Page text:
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Saturday, 12 May 2012

Gangster Thomas Gisby's funeral draws heavy police presence


15:25 |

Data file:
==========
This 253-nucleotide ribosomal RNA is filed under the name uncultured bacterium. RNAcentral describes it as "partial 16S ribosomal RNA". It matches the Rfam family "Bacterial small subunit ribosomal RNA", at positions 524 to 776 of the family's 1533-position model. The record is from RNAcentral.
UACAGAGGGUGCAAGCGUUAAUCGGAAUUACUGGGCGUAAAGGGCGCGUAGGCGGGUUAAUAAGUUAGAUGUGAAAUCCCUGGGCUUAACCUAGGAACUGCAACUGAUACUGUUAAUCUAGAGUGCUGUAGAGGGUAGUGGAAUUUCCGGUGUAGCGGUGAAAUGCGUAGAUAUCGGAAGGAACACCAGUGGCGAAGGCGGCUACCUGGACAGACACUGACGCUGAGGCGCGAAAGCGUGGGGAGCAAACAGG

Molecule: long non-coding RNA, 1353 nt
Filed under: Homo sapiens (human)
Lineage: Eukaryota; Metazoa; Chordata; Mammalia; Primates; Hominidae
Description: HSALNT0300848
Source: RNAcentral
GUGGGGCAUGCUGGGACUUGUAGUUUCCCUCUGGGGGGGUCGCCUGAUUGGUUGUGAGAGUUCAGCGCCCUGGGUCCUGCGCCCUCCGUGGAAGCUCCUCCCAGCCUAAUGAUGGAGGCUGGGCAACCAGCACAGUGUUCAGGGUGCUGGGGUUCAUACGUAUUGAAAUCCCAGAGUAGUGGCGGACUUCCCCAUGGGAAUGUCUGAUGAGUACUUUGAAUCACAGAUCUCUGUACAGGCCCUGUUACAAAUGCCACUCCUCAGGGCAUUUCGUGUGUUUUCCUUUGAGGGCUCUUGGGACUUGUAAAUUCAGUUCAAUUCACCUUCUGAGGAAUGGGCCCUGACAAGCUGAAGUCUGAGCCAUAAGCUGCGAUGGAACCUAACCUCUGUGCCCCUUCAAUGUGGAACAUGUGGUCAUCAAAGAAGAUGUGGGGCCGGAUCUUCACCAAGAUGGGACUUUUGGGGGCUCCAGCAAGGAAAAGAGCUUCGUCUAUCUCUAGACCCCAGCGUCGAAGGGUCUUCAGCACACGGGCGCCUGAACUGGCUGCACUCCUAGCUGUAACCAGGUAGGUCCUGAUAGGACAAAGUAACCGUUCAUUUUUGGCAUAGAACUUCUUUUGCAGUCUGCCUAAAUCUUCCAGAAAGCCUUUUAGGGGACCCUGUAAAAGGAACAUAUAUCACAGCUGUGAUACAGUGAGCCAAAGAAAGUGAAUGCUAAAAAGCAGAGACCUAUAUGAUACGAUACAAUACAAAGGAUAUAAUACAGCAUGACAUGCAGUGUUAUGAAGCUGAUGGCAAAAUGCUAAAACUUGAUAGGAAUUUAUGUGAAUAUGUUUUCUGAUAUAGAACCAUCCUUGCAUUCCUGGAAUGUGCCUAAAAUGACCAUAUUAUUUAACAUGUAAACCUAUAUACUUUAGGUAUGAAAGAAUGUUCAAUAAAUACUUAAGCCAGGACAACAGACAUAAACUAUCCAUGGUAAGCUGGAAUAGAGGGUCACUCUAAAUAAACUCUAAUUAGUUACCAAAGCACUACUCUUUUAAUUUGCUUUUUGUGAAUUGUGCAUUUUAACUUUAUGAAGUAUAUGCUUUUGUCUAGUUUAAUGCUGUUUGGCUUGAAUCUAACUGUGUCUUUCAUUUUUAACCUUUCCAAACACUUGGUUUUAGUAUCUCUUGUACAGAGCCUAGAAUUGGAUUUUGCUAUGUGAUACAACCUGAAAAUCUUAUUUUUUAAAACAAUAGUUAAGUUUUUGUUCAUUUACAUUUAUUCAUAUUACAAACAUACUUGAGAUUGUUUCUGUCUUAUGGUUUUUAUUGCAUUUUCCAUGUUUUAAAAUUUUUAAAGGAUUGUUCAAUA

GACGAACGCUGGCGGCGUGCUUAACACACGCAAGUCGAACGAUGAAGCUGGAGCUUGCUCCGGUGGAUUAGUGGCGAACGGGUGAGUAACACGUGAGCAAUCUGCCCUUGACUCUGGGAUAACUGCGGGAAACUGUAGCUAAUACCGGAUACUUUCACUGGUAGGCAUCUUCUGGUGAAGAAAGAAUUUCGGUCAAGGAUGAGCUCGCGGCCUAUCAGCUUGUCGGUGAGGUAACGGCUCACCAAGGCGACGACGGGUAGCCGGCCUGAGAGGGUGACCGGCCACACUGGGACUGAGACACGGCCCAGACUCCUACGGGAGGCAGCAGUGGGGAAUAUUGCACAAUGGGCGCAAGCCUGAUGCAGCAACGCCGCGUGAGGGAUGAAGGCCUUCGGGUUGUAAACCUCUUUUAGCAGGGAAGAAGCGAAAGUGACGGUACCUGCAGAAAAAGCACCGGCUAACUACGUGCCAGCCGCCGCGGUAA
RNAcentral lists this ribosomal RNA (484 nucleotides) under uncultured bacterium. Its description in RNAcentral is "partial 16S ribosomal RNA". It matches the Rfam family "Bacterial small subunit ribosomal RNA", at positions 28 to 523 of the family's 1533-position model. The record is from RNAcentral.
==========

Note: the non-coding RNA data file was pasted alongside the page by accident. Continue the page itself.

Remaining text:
A large contingent of police officers kept a close eye on the south Surrey funeral of longtime gangster Thomas Gisby on Friday. About 75 mourners attended the service at Victory Memorial Park near 148th Street and 28th Avenue. Gisby, 47, was gunned down in Nuevo Vallarta, Mexico on April 28 after ordering his coffee at a local Starbucks. Police believe the slaying of the crime kingpin could be linked to the tit-for-tat violence that has plagued B.C. since the Kelowna murder last August of Red Scorpion Jon Bacon and wounding of Hells Angel Larry Amero and Independent Soldier James Riach. Supt. Tom McCluskie, head of the Gang Task Force, said at the time that tensions over the Kelowna shooting had led to retaliation against the so-called Dhak-Duhre group. For more than a decade, Gisby had a close relationship with senior Hells Angels in B.C. But he more recently had been aligned with people in the Dhak group. Sukh Dhak, out on bail on a number of drug charges, attended the funeral Friday with his associate Thomas Mantle. Dhak tried to shield his face from media cameras as he entered the chapel. Also in attendance was Michael Taff, linked to Langley's Empire Gang, and Gisby associate Glen Sheck, currently out on bail on gun charges. Surrey RCMP Cpl. Drew Grainger said police were there to ensure the safety of the public and of those attending the service. "First and foremost we are here to ensure the safety of the people who are coming to pay their respects to Mr. Gisby," Grainger said. "Because of Mr. Gisby's background and associations in the criminal element, there of course is the potential for rival competitors in the criminal world to maybe attend here and maybe settle some scores." More than a dozen cops from Surrey's Gang Enforcement Unit and the regional Gang Task Force checked identification and chatted up guests as they entered the service. Other officers drove marked cars around the memorial park's perimeter and blocked some entrances to the compound. And some police could be seen searching the adjacent bushes where area residents were out enjoying the Semiahmoo Trail. Grainger said police were in dialogue with Gisby's family in advance of the event to let them know they would be present. "Whenever we have figures such as Mr. Gisby who have passed away, we have a robust police presence at their funerals, not only in Surrey, but throughout the region," Grainger said. He said police were also gathering intelligence about who attended and with whom they arrived. "That's no secret. It's an opportunity for the police to gather intelligence, and the latest photographs of some of the people we believe are involved in the criminal world. That is certainly a strategy that is employed here as well," Grainger said. Victory Memorial Park funeral director Kari Landreville said no one minded the heavy police presence. "They are here to protect our community," she said. "They are here to protect us. They are here to protect the people arriving for a service." Gisby's family did not respond to a media request for an interview after the service. But they remembered him in an obituary published in The Vancouver Sun as "a kind & generous spirit & will be remembered by many." It said his murder "leaves a hole in our hearts that can never be filled." "His infectious smile & beautiful twinkling brown eyes will be missed every day," it said. "Rest in peace Grumpy, our hearts are absolutely broken & we will miss you every day."


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